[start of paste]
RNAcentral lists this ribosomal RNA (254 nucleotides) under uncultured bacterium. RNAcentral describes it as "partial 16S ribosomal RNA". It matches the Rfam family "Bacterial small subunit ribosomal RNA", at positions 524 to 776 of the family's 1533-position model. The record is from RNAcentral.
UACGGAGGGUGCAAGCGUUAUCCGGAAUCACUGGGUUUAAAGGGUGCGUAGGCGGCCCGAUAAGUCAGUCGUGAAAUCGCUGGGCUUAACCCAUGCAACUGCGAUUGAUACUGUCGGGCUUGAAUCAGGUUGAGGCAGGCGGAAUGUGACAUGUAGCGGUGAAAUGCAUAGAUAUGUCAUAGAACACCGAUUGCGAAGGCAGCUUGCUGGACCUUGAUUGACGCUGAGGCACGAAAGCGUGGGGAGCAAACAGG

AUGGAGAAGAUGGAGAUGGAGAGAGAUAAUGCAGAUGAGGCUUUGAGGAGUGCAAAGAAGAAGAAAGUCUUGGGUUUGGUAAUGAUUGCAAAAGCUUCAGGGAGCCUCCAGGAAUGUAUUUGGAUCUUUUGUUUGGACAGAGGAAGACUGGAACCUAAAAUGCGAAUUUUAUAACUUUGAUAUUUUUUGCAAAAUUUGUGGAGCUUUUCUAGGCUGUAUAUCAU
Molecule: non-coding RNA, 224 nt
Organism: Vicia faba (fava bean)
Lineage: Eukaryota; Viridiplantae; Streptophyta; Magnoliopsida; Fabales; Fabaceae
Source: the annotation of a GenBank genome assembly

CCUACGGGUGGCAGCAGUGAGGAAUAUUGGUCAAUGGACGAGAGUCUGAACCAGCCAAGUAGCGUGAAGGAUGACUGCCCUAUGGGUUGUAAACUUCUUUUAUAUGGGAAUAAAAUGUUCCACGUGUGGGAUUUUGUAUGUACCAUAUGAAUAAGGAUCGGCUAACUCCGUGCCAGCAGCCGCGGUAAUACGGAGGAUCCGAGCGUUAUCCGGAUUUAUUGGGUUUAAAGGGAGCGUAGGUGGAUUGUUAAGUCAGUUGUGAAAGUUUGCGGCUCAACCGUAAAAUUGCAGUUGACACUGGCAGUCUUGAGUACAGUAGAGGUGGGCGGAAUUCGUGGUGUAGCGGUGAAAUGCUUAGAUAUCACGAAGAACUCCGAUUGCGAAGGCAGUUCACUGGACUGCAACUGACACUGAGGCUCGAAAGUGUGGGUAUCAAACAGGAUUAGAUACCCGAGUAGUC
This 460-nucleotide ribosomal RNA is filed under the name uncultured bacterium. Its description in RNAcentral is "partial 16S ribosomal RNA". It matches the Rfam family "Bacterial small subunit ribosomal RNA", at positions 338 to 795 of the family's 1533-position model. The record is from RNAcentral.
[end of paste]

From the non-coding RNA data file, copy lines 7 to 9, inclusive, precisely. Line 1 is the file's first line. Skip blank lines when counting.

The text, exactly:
Source: the annotation of a GenBank genome assembly

CCUACGGGUGGCAGCAGUGAGGAAUAUUGGUCAAUGGACGAGAGUCUGAACCAGCCAAGUAGCGUGAAGGAUGACUGCCCUAUGGGUUGUAAACUUCUUUUAUAUGGGAAUAAAAUGUUCCACGUGUGGGAUUUUGUAUGUACCAUAUGAAUAAGGAUCGGCUAACUCCGUGCCAGCAGCCGCGGUAAUACGGAGGAUCCGAGCGUUAUCCGGAUUUAUUGGGUUUAAAGGGAGCGUAGGUGGAUUGUUAAGUCAGUUGUGAAAGUUUGCGGCUCAACCGUAAAAUUGCAGUUGACACUGGCAGUCUUGAGUACAGUAGAGGUGGGCGGAAUUCGUGGUGUAGCGGUGAAAUGCUUAGAUAUCACGAAGAACUCCGAUUGCGAAGGCAGUUCACUGGACUGCAACUGACACUGAGGCUCGAAAGUGUGGGUAUCAAACAGGAUUAGAUACCCGAGUAGUC
This 460-nucleotide ribosomal RNA is filed under the name uncultured bacterium. Its description in RNAcentral is "partial 16S ribosomal RNA". It matches the Rfam family "Bacterial small subunit ribosomal RNA", at positions 338 to 795 of the family's 1533-position model. The record is from RNAcentral.